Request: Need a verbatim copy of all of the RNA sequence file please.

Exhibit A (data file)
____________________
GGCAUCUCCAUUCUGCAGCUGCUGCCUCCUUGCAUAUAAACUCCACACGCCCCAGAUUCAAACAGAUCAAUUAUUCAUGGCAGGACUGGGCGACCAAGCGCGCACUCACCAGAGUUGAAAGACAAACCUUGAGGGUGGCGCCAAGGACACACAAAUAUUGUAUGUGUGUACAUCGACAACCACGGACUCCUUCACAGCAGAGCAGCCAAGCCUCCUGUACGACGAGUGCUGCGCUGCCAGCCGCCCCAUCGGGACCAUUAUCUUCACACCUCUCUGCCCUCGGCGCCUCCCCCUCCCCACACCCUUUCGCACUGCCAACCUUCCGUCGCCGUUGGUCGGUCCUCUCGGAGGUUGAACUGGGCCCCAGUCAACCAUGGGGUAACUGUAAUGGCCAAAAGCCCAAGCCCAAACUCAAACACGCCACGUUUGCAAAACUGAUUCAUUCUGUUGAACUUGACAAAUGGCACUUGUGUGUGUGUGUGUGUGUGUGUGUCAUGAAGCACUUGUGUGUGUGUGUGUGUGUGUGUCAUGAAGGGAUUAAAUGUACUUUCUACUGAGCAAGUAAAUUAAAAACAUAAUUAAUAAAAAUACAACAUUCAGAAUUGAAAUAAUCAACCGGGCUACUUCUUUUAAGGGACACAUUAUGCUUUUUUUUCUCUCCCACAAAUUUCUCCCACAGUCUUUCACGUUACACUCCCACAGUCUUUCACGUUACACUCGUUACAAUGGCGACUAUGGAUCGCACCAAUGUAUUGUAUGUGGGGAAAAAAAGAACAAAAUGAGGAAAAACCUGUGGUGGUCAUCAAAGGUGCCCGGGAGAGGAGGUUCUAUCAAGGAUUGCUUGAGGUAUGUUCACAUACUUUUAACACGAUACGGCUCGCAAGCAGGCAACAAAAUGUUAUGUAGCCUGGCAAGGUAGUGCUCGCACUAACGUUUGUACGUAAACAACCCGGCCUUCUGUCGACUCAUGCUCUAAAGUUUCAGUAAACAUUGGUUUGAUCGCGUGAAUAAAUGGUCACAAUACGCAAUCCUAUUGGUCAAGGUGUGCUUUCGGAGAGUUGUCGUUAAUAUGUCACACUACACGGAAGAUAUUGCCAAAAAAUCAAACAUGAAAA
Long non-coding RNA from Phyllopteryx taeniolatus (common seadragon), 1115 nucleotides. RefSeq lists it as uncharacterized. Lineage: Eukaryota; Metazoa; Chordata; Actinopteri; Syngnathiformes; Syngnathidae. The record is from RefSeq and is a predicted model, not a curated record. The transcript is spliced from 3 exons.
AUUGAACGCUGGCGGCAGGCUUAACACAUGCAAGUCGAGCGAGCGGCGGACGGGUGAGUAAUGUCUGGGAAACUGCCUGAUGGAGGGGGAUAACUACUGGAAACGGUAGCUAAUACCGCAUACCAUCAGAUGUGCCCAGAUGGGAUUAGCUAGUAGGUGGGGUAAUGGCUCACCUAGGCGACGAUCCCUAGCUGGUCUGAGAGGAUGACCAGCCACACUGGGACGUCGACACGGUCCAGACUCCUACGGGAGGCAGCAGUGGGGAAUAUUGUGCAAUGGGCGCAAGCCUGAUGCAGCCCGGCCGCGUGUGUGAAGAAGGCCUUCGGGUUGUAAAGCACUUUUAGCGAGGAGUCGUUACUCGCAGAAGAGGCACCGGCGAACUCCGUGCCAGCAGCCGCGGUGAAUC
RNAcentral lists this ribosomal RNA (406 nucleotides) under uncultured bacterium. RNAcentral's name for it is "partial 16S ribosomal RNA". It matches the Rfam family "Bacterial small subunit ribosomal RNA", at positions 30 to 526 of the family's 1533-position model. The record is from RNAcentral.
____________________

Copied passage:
GGCAUCUCCAUUCUGCAGCUGCUGCCUCCUUGCAUAUAAACUCCACACGCCCCAGAUUCAAACAGAUCAAUUAUUCAUGGCAGGACUGGGCGACCAAGCGCGCACUCACCAGAGUUGAAAGACAAACCUUGAGGGUGGCGCCAAGGACACACAAAUAUUGUAUGUGUGUACAUCGACAACCACGGACUCCUUCACAGCAGAGCAGCCAAGCCUCCUGUACGACGAGUGCUGCGCUGCCAGCCGCCCCAUCGGGACCAUUAUCUUCACACCUCUCUGCCCUCGGCGCCUCCCCCUCCCCACACCCUUUCGCACUGCCAACCUUCCGUCGCCGUUGGUCGGUCCUCUCGGAGGUUGAACUGGGCCCCAGUCAACCAUGGGGUAACUGUAAUGGCCAAAAGCCCAAGCCCAAACUCAAACACGCCACGUUUGCAAAACUGAUUCAUUCUGUUGAACUUGACAAAUGGCACUUGUGUGUGUGUGUGUGUGUGUGUGUCAUGAAGCACUUGUGUGUGUGUGUGUGUGUGUGUCAUGAAGGGAUUAAAUGUACUUUCUACUGAGCAAGUAAAUUAAAAACAUAAUUAAUAAAAAUACAACAUUCAGAAUUGAAAUAAUCAACCGGGCUACUUCUUUUAAGGGACACAUUAUGCUUUUUUUUCUCUCCCACAAAUUUCUCCCACAGUCUUUCACGUUACACUCCCACAGUCUUUCACGUUACACUCGUUACAAUGGCGACUAUGGAUCGCACCAAUGUAUUGUAUGUGGGGAAAAAAAGAACAAAAUGAGGAAAAACCUGUGGUGGUCAUCAAAGGUGCCCGGGAGAGGAGGUUCUAUCAAGGAUUGCUUGAGGUAUGUUCACAUACUUUUAACACGAUACGGCUCGCAAGCAGGCAACAAAAUGUUAUGUAGCCUGGCAAGGUAGUGCUCGCACUAACGUUUGUACGUAAACAACCCGGCCUUCUGUCGACUCAUGCUCUAAAGUUUCAGUAAACAUUGGUUUGAUCGCGUGAAUAAAUGGUCACAAUACGCAAUCCUAUUGGUCAAGGUGUGCUUUCGGAGAGUUGUCGUUAAUAUGUCACACUACACGGAAGAUAUUGCCAAAAAAUCAAACAUGAAAA
Long non-coding RNA from Phyllopteryx taeniolatus (common seadragon), 1115 nucleotides. RefSeq lists it as uncharacterized. Lineage: Eukaryota; Metazoa; Chordata; Actinopteri; Syngnathiformes; Syngnathidae. The record is from RefSeq and is a predicted model, not a curated record. The transcript is spliced from 3 exons.
AUUGAACGCUGGCGGCAGGCUUAACACAUGCAAGUCGAGCGAGCGGCGGACGGGUGAGUAAUGUCUGGGAAACUGCCUGAUGGAGGGGGAUAACUACUGGAAACGGUAGCUAAUACCGCAUACCAUCAGAUGUGCCCAGAUGGGAUUAGCUAGUAGGUGGGGUAAUGGCUCACCUAGGCGACGAUCCCUAGCUGGUCUGAGAGGAUGACCAGCCACACUGGGACGUCGACACGGUCCAGACUCCUACGGGAGGCAGCAGUGGGGAAUAUUGUGCAAUGGGCGCAAGCCUGAUGCAGCCCGGCCGCGUGUGUGAAGAAGGCCUUCGGGUUGUAAAGCACUUUUAGCGAGGAGUCGUUACUCGCAGAAGAGGCACCGGCGAACUCCGUGCCAGCAGCCGCGGUGAAUC
RNAcentral lists this ribosomal RNA (406 nucleotides) under uncultured bacterium. RNAcentral's name for it is "partial 16S ribosomal RNA". It matches the Rfam family "Bacterial small subunit ribosomal RNA", at positions 30 to 526 of the family's 1533-position model. The record is from RNAcentral.